This is our review of the British Airways American Express Premium Plus credit card.
It is part of our series of articles looking at the major UK loyalty credit cards and discussing whether or not they are worth applying for. These articles are linked to the relevant sections of the ‘Credit Card Offers‘ area in the menu bar. Our other UK airline and hotel credit card reviews can be found here.
This article was updated on 1st March 2021, and all of the information is correct as of that date. Ignore the original publication date shown.
IMPORTANT: Until 9th April 2021, the stand-out UK card offer is with American Express Business Platinum (100,000 points, apply here, review here). American Express Business Gold, which is FREE for your first year, is offering 50,000 points. You can apply here and our review is here. If you qualify, you should take these offers very seriously.
Key facts: £195 annual fee
The representative APR is 74.7% variable, including the £195 fee, based on a notional £1,200 credit limit. The interest rate on purchases is 22.2% variable.
About the BA Premium Plus card
The British Airways American Express Premium Plus card is issued directly by American Express. This analysis is focused on the paid version of the card – I reviewed the free British Airways American Express credit card in a separate article.
What is the BA Premium Plus sign-up bonus?
25,000 Avios when you spend £3,000 within three months.
A larger bonus of 26,000 Avios is available if you are referred by an existing cardholder. Please e-mail me at rob [at] headforpoints.com if you would like a referral link emailing to you.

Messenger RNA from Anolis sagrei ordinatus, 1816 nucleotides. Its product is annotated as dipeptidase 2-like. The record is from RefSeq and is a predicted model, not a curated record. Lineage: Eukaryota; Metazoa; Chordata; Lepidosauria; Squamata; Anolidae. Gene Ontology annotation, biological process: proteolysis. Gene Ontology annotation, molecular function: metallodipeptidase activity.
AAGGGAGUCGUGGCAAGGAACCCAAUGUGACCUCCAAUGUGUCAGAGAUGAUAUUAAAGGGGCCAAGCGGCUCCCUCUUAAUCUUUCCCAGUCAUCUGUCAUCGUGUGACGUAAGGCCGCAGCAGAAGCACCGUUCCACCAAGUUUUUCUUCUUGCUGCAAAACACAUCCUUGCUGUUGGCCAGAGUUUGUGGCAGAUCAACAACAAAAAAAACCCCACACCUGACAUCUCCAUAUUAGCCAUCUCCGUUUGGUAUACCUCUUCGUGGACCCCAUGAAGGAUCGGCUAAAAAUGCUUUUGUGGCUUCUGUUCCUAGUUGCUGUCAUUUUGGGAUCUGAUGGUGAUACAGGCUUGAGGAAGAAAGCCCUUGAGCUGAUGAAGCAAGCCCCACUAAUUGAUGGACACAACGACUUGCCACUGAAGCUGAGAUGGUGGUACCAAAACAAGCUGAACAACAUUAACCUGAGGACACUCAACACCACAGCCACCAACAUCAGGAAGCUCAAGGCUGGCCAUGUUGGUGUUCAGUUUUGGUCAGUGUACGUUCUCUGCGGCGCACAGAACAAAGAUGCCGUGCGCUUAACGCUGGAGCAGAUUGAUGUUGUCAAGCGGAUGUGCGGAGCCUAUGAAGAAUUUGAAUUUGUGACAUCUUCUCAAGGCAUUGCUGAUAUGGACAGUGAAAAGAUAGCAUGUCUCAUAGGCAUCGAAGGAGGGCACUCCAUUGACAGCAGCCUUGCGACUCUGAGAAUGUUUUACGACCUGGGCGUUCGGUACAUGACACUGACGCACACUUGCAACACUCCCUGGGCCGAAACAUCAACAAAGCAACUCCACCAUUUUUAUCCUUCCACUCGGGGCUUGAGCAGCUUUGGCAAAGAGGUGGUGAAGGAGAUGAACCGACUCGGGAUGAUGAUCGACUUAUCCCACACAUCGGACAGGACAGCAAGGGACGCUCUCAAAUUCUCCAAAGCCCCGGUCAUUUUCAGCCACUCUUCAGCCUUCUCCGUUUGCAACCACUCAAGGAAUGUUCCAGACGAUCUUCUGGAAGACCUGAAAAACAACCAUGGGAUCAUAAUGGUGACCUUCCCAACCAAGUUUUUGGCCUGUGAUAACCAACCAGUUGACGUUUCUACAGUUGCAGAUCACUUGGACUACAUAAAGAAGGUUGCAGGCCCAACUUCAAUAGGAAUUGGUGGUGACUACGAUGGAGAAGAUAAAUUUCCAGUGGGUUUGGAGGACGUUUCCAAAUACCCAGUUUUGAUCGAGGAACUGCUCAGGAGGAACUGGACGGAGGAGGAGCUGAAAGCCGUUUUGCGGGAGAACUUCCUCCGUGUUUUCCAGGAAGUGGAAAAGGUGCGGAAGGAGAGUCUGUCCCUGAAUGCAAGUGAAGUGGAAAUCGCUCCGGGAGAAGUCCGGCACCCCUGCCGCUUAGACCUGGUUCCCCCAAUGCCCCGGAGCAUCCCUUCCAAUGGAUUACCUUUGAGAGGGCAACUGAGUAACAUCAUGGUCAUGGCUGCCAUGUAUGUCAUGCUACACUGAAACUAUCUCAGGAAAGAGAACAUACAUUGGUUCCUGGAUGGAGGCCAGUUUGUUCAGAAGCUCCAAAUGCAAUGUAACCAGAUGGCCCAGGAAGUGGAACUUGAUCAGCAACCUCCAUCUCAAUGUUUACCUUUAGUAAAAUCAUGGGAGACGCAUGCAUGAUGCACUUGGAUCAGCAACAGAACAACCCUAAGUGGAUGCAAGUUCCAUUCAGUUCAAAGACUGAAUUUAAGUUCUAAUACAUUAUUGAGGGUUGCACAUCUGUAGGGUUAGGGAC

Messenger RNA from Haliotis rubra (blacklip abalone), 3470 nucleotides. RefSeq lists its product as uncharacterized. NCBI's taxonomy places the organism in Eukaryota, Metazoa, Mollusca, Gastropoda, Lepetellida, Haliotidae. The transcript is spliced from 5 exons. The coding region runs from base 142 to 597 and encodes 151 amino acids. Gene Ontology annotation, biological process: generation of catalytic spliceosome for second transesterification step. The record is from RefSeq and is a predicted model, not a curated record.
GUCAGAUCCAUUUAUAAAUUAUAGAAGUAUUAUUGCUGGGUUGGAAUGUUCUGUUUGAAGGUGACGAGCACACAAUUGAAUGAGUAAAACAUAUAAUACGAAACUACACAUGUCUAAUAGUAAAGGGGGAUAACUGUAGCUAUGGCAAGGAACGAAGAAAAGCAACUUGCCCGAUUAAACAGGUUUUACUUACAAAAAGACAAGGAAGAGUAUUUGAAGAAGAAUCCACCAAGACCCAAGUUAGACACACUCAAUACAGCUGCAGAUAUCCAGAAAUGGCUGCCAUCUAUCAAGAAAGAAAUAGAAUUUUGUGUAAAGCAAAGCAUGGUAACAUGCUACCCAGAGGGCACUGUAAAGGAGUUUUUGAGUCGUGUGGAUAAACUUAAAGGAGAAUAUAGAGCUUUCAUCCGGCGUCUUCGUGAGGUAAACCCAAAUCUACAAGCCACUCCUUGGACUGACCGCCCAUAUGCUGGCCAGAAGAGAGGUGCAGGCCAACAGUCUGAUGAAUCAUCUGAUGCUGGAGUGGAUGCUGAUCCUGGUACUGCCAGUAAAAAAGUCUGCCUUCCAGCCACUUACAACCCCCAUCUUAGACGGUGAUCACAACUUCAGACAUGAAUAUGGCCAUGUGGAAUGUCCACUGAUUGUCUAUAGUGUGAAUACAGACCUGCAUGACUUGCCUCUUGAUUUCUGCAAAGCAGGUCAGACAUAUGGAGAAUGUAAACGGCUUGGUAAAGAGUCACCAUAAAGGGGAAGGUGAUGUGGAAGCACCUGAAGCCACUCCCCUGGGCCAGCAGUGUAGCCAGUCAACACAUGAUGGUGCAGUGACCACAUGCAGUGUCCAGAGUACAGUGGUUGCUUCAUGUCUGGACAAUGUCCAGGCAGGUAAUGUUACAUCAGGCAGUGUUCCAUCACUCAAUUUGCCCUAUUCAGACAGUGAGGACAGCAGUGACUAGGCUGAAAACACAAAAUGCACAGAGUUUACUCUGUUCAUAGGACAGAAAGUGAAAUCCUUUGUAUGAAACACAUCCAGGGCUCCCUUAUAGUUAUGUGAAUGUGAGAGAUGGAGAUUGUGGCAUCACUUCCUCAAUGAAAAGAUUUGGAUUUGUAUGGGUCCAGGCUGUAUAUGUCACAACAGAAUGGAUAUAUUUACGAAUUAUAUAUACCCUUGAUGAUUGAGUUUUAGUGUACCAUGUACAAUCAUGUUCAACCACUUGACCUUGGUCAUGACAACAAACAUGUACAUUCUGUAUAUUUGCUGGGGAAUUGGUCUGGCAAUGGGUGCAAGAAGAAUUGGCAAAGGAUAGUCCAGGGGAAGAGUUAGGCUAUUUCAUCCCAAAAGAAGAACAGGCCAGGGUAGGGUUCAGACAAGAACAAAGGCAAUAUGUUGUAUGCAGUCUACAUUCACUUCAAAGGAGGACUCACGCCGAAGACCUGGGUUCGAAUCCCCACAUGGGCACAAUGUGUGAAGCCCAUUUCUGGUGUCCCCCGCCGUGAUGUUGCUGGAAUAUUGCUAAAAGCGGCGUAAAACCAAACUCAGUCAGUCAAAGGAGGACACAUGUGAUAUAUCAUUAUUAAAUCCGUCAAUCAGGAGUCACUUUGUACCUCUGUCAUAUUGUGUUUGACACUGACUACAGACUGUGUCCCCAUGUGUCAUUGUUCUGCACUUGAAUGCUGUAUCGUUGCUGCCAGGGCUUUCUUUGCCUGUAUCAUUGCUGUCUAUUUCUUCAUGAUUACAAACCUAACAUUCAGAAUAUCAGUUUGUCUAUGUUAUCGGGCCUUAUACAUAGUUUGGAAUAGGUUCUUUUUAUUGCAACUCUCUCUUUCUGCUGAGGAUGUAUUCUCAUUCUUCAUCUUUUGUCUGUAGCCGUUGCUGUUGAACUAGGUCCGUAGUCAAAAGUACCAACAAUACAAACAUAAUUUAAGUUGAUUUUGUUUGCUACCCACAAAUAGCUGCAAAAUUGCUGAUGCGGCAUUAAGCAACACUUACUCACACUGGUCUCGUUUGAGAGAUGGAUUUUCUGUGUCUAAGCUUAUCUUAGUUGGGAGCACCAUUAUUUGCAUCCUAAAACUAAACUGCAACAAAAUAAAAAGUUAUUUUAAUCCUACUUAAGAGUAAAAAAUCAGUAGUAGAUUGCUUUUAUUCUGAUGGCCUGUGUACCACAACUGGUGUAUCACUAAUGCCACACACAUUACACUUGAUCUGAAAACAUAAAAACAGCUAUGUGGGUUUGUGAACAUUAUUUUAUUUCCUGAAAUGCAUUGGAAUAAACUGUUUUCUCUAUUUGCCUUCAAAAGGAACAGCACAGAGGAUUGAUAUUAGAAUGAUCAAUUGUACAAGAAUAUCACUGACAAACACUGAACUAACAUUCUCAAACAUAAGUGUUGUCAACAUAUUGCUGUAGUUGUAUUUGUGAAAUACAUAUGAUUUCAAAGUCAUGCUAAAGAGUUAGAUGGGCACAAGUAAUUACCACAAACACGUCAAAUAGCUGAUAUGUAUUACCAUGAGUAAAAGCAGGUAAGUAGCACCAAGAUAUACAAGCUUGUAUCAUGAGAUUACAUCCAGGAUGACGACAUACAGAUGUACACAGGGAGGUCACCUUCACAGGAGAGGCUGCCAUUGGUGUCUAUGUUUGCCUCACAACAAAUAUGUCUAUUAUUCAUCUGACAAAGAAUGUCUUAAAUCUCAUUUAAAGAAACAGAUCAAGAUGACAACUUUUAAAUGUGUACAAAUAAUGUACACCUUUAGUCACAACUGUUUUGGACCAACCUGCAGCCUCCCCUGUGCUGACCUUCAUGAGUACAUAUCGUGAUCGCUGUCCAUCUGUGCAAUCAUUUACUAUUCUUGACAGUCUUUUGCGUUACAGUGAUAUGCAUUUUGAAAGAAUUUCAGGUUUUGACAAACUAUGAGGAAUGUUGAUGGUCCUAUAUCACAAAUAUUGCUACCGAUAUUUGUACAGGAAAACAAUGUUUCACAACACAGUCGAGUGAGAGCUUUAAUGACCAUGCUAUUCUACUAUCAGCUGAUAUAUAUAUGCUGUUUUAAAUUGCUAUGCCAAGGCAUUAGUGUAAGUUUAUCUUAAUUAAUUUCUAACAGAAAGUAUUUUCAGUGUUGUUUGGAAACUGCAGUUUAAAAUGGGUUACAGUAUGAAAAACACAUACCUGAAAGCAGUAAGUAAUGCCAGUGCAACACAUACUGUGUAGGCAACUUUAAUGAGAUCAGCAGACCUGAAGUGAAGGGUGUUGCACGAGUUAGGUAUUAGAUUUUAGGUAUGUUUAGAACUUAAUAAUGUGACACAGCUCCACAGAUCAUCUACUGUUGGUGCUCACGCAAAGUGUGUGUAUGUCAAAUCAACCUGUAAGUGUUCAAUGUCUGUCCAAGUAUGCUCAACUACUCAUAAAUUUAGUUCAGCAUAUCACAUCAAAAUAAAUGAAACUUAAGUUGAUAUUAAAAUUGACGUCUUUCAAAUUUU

What are the rules for qualifying for the sign-up bonus?
The BA Premium Plus sign-up bonus is only available to customers who have not held a British Airways or British Airways Premium Plus American Express card in the previous 24 months.
You will definitely receive the bonus if you are only a supplementary cardholder on someone else’s American Express card. As far as Amex is concerned, that card belongs to the primarily cardholder and does not make you an ‘existing cardholder’.
If you do not qualify for the bonus, you can still apply. You still receive the other card benefits including the 2-4-1 voucher.
Any other benefits?
Very much so! When you spend £10,000, you receive a companion voucher entitling you to book two Avios redemption flights for the miles of one. This voucher is valid for two years.
This voucher is the most valuable perk available in the UK airline and hotel credit card sector in my view. It could save you 150,000 or more Avios when used for a long-haul redemption in a premium cabin.
What is the BA Premium Plus Amex annual fee?
The BA American Express Premium Plus card has an annual fee of £195.
You will receive a pro-rata refund of your annual fee if you cancel. American Express is the only UK card issuer to offer this.
What do I earn per £1 spent on the card?
You receive 1.5 Avios per £1 spent on the card.
You receive double Avios (3 per £1) when booking flights or holidays directly with British Airways.
What is an Avios point worth?
How long is a piece of string!
This article is my best attempt to calculate the value of an Avios point. You should target 1p to 1.75p per point.
Is the BA Premium Plus Amex a good card to use when travelling?